To us, it was very important that our message was deep enough. This campaign wasn’t just about launching an equality message, but about analyzing the inequality causes to make a difference by doing something that will change this situation. That’s how we came with childhood, as it is the key moment where these differences on liking and interests are created. It is during childhood when girls face for the first time with the stereotyped concept that cars are boy’s toys. All of this background, along with the Christmas season is what gave us the perfect scenario for creating this story called ‘The doll that chose to drive’, a metaphor that tries to help breaking gender stereotypes that mark our present and can leave a mark on the future of our children.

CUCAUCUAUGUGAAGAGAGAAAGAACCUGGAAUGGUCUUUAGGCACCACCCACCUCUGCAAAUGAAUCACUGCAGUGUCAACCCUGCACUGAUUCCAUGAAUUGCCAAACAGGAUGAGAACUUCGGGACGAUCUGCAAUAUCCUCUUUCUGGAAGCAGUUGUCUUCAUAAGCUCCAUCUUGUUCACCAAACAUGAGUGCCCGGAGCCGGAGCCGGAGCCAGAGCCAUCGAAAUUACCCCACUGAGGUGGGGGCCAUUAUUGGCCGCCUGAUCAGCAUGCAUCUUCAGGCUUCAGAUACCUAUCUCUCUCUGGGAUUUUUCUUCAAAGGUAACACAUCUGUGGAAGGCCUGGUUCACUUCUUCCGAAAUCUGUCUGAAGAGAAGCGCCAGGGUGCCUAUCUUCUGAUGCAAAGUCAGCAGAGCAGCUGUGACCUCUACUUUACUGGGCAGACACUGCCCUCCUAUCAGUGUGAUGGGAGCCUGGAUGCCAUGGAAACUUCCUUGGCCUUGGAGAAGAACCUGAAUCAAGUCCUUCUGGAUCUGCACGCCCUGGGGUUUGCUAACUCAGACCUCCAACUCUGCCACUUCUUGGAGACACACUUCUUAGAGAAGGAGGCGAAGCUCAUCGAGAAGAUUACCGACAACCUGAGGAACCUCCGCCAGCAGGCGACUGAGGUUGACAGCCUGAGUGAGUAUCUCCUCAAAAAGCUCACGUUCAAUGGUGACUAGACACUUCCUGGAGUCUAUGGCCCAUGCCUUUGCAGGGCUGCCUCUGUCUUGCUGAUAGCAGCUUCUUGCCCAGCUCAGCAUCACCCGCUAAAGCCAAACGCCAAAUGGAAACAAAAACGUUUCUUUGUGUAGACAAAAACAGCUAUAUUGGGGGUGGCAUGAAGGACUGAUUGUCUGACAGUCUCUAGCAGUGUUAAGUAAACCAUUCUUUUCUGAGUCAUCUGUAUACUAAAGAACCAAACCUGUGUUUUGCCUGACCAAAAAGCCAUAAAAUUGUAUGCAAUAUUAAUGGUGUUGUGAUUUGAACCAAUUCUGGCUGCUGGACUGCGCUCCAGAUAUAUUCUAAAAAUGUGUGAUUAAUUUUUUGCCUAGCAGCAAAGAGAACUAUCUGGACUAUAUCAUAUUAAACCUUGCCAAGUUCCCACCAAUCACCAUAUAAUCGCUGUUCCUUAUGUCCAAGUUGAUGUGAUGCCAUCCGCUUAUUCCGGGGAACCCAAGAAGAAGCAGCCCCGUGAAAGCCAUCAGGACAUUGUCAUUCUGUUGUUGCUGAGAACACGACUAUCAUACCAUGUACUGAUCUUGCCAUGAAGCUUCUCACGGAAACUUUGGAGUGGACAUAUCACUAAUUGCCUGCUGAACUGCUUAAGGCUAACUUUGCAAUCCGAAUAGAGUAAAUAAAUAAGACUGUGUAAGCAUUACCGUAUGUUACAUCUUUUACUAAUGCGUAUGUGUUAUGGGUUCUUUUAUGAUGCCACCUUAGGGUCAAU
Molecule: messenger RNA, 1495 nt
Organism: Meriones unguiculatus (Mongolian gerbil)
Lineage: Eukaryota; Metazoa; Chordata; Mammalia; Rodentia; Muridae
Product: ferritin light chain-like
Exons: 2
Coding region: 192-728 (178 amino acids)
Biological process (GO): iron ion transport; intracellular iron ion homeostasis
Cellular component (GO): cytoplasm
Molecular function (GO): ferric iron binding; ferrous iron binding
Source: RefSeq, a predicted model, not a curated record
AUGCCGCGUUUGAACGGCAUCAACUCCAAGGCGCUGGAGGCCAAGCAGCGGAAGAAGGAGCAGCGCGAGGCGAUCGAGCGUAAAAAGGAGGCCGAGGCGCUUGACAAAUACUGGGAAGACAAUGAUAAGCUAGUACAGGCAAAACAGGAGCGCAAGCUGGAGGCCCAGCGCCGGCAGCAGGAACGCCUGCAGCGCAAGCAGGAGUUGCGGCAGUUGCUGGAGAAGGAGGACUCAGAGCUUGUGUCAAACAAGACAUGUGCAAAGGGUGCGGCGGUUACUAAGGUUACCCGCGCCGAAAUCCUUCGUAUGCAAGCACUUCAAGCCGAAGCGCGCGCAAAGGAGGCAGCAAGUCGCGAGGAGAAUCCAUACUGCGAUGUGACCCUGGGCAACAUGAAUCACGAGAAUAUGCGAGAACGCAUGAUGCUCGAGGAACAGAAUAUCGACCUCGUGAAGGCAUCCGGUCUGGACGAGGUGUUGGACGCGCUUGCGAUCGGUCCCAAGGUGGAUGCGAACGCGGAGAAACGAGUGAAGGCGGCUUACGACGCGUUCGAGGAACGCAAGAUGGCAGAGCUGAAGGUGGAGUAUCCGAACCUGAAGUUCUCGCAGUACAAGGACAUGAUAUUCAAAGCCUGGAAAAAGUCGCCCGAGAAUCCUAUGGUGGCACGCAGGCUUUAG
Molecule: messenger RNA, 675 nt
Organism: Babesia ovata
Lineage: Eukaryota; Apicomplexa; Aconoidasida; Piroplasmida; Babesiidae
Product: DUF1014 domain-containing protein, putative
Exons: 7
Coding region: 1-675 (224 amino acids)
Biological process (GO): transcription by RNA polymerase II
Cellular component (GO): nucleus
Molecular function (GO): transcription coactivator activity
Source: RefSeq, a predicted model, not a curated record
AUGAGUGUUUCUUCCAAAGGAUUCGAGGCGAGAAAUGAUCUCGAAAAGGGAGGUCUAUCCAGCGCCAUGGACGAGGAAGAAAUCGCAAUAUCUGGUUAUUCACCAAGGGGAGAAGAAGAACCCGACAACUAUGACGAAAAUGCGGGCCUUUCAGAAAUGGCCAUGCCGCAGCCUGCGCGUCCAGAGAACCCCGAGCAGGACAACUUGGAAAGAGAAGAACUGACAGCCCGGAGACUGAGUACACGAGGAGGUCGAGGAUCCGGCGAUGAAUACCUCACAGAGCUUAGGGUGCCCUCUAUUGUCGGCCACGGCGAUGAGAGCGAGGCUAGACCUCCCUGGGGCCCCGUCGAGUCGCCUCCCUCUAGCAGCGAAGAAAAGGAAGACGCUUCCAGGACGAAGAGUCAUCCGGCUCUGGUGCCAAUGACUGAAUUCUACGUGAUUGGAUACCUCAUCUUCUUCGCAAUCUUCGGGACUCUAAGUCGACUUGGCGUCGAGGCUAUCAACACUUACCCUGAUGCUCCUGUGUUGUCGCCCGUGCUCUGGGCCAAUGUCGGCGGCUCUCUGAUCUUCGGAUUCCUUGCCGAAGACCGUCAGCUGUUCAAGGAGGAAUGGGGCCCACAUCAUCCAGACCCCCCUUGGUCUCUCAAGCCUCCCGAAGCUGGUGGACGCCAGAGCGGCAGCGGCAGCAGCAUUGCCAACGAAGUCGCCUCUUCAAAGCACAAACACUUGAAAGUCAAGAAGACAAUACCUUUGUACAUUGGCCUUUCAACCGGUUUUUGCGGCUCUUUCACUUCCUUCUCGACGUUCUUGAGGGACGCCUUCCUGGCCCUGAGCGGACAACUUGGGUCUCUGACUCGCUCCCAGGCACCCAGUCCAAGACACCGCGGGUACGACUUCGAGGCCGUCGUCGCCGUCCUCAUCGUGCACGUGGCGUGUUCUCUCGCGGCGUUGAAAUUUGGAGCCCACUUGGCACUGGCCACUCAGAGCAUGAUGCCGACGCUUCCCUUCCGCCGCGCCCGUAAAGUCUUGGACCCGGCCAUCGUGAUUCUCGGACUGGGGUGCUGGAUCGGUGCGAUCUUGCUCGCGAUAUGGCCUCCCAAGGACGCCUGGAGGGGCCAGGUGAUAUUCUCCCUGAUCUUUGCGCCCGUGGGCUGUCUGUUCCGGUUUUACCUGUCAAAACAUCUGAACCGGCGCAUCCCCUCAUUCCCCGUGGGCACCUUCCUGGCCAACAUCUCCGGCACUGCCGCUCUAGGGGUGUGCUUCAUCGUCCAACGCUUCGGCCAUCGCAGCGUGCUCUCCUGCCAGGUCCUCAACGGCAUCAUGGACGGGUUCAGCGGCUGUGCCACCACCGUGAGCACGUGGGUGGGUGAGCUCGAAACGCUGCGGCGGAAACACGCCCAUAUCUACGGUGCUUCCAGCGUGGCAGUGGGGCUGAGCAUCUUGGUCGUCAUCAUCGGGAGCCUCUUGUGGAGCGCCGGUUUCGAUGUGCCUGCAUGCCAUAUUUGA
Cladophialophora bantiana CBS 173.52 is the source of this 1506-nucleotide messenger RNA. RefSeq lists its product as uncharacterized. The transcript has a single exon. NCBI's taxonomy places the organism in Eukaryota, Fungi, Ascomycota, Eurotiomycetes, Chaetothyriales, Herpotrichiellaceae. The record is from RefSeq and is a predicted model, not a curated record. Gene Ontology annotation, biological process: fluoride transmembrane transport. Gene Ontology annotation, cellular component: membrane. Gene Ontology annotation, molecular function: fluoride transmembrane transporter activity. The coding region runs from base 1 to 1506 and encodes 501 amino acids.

Who is the team behind it?
Our agency, Proximity Barcelona was the leading team of this project, along with Audi Spain’s advertising team. The production company is Post23, a Barcelona based studio.
The team behind it:
- Marketing Director: Caita Montserrat
- Head of Advertising: Edith Marzoa
- Advertising: Muntsa Pañella
- General Creative Director: Eva Santos
- Creative Director: Carles Alcon
- Copies: Neus Gimenez, Laura Cuni, Edu Escudero
- Art Directors: Rodrigo Chaparreiro, Iván Aguado, David Casado
- Client Services Director: Amanda Muñiz
- Account Director: Patricia Miret
- Account Supervisors: Laia García, Carla Franco
- Strategic Planner: Patricia Urgoiti
- Digital Producer: Lluís García
- Production Director: Mercè Fernández
- Audiovisual Producer: Diana Asenjo
- Director: Jordi Garcia
- Art Director: Bor Arroyo
- Animation Director: Hector Muñoz
- Music: Joan Martinez Colàs
Why is it significant?